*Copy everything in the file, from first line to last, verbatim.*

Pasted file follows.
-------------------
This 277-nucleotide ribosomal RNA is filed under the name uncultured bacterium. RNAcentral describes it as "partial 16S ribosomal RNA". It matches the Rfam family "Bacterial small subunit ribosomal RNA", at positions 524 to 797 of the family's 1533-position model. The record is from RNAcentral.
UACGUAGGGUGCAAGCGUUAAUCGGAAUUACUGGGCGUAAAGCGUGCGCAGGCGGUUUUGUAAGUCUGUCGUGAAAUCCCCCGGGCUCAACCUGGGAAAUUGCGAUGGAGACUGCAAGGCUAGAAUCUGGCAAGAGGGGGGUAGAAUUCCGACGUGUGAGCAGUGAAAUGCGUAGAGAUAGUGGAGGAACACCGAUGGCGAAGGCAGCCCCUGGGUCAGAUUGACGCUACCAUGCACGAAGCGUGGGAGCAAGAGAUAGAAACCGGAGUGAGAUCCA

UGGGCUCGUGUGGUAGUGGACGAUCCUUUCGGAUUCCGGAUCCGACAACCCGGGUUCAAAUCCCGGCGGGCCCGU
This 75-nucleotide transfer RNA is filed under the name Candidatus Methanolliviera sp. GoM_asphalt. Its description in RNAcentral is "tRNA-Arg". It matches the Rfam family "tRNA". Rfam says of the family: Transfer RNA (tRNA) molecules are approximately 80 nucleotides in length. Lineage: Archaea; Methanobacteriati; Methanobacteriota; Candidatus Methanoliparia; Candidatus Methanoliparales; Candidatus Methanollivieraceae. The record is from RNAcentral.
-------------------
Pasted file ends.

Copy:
This 277-nucleotide ribosomal RNA is filed under the name uncultured bacterium. RNAcentral describes it as "partial 16S ribosomal RNA". It matches the Rfam family "Bacterial small subunit ribosomal RNA", at positions 524 to 797 of the family's 1533-position model. The record is from RNAcentral.
UACGUAGGGUGCAAGCGUUAAUCGGAAUUACUGGGCGUAAAGCGUGCGCAGGCGGUUUUGUAAGUCUGUCGUGAAAUCCCCCGGGCUCAACCUGGGAAAUUGCGAUGGAGACUGCAAGGCUAGAAUCUGGCAAGAGGGGGGUAGAAUUCCGACGUGUGAGCAGUGAAAUGCGUAGAGAUAGUGGAGGAACACCGAUGGCGAAGGCAGCCCCUGGGUCAGAUUGACGCUACCAUGCACGAAGCGUGGGAGCAAGAGAUAGAAACCGGAGUGAGAUCCA

UGGGCUCGUGUGGUAGUGGACGAUCCUUUCGGAUUCCGGAUCCGACAACCCGGGUUCAAAUCCCGGCGGGCCCGU
This 75-nucleotide transfer RNA is filed under the name Candidatus Methanolliviera sp. GoM_asphalt. Its description in RNAcentral is "tRNA-Arg". It matches the Rfam family "tRNA". Rfam says of the family: Transfer RNA (tRNA) molecules are approximately 80 nucleotides in length. Lineage: Archaea; Methanobacteriati; Methanobacteriota; Candidatus Methanoliparia; Candidatus Methanoliparales; Candidatus Methanollivieraceae. The record is from RNAcentral.